I have been planning to do a blog post series about Emacs for a while
now. This is not about using emacs however. It is about the
configuration of Emacs.
There are two editors that programmers and power users have relied on
for a really long time, both of them started in the second half of the
70s. VI and Emacs. Both are still alive today, not in the exact same
form they started out in, but the same prinicipal form. VI lives today
as VIM and NeoVIM. And Emacs lives today as GNU Emacs.
Emacs is a very powerful editor, that can be configured to do more or
less anything. Emacs can be extended and customized through Emacs LISP.
This could simple, like changing a font or more complex like writing an
entire email client.
When you start using software that started before most of the
conventions for naming and keyboard shortscuts was coined, you should
expect them to be a little bit different. And there is no expection for
Emacs. The two things that are the most different are the Emacs Keyboard
Shortcuts and the naming conventions for some stuff.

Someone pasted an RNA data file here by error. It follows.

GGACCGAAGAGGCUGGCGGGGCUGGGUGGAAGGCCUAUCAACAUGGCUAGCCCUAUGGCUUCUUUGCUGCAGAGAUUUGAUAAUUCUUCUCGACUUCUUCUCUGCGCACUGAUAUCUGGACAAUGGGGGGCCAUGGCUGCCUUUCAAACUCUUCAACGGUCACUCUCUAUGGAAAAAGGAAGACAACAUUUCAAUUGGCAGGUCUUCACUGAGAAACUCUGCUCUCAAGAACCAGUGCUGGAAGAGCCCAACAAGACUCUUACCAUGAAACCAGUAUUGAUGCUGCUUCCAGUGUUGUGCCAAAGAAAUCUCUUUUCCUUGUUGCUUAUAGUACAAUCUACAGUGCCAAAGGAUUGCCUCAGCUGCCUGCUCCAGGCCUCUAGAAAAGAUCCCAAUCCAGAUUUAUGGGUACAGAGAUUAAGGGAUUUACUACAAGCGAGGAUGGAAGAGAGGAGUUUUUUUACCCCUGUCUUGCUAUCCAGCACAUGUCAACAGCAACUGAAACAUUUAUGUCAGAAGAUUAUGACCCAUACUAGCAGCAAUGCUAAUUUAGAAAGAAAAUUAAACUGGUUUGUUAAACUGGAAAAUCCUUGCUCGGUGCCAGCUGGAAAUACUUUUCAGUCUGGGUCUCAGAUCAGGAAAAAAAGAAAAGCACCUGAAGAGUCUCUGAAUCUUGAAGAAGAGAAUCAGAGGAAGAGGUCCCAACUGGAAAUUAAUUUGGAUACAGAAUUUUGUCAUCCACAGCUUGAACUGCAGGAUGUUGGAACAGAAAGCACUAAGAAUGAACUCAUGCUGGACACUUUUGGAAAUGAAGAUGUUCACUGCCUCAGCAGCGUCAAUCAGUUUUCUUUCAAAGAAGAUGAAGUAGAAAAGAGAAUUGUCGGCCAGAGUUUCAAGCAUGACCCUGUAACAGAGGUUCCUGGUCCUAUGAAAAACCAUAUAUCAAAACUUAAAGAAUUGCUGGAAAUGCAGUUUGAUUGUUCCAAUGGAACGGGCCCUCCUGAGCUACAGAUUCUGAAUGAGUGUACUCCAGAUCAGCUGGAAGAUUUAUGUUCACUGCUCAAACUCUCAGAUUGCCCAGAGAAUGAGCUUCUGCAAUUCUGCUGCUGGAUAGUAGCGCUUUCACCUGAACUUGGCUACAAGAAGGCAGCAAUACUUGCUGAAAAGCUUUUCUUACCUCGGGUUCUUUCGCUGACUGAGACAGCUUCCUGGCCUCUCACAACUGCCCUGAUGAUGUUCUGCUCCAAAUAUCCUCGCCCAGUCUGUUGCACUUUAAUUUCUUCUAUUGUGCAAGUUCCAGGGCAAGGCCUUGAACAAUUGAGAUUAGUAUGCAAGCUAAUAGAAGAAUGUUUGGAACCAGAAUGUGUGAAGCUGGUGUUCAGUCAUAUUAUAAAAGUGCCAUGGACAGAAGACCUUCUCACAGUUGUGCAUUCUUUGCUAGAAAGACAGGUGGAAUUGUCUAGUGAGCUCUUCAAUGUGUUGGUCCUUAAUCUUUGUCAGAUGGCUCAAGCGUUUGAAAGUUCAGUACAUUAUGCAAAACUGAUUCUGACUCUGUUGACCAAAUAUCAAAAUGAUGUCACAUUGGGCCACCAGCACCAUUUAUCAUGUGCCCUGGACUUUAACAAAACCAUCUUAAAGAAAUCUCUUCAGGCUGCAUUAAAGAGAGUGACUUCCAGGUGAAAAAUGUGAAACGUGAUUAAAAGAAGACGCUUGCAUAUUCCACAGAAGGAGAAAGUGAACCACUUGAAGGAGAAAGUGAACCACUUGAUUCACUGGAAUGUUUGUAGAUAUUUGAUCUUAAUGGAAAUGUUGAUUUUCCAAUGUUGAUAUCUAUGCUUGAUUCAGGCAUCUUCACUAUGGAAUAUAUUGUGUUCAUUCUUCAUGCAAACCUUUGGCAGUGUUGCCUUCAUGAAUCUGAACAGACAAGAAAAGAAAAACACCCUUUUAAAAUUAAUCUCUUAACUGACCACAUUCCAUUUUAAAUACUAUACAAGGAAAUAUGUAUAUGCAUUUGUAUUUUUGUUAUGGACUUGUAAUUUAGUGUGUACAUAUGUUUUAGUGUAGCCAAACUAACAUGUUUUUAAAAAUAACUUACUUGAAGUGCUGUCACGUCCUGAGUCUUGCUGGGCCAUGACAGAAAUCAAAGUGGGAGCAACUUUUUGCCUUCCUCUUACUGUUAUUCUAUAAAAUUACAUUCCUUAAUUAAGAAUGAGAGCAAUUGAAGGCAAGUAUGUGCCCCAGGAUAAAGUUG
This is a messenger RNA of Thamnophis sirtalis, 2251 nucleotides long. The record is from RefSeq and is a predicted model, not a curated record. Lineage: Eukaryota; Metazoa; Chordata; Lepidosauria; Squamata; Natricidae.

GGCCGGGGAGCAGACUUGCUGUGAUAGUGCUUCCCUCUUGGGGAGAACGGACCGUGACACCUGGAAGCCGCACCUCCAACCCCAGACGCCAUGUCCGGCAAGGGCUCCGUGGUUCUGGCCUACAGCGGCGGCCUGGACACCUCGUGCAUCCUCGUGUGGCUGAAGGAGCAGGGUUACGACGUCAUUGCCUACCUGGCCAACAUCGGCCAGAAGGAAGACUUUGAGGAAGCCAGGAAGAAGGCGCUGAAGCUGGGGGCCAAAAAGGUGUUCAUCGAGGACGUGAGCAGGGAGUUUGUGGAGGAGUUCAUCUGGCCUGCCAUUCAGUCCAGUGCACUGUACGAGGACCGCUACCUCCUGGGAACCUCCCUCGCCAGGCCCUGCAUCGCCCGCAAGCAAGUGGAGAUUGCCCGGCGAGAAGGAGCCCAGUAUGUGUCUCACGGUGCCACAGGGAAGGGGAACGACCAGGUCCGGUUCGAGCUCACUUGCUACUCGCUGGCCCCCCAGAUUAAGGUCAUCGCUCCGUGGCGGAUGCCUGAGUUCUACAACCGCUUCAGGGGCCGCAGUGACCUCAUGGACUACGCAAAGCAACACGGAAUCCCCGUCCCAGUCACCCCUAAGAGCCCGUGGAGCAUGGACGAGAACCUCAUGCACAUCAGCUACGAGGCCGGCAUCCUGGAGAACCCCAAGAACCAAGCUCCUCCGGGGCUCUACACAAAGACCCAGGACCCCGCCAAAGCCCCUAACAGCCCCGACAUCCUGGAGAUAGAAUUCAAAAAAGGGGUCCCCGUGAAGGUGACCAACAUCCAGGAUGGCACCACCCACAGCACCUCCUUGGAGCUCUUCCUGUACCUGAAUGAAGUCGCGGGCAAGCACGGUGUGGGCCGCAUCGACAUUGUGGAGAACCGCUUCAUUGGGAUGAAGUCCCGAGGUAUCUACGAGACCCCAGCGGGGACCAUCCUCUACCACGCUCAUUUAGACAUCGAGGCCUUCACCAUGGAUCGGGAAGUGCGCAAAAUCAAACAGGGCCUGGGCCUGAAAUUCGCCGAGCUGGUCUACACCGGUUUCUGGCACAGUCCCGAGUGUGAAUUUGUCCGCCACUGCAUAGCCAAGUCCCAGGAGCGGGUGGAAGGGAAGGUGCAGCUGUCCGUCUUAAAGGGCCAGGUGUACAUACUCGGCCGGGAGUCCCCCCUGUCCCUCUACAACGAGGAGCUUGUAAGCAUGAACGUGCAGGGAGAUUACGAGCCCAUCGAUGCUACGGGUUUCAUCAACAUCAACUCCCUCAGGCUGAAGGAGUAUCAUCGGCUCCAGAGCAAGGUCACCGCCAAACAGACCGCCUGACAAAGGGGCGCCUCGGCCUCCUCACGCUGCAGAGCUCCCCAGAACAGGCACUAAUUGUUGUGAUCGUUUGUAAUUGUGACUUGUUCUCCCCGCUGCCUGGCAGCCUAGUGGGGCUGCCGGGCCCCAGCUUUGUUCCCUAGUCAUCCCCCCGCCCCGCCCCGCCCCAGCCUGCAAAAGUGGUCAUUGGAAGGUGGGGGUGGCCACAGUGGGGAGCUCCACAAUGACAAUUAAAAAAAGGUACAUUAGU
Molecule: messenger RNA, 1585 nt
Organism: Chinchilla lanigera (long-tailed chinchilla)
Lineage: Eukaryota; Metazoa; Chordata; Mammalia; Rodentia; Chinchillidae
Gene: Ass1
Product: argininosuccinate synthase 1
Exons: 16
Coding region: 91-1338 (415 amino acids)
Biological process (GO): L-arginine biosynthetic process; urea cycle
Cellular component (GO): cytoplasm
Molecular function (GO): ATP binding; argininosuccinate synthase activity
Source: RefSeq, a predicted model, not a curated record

In Emacs the Frame is what most computer users calls a Window, and a
window can be divided into multiple windows. You can split a window
horizontally or vertically. Then you have the buffers. A buffer is some
kind of content, it can be a file, a unsaved file or something more like
an app. All of these can be visible in none, one or multiple windows.
This is a very powerful concept, because you can have lets say 100
buffers open, and at any time re-configure what is shown without closing
them. Or if you work on a large file have two of that buffer open at
Emacs keyboard shortcuts are kind of weird, and they don’t follow normal
conventions like Control / Command S etc. They are weird, and you can
customize it how you like. But they are very powerful. And how you use
them are up to you.
There are however two things you should learn imediatly, C- means
Control + something and M- means Alt + something on most systems.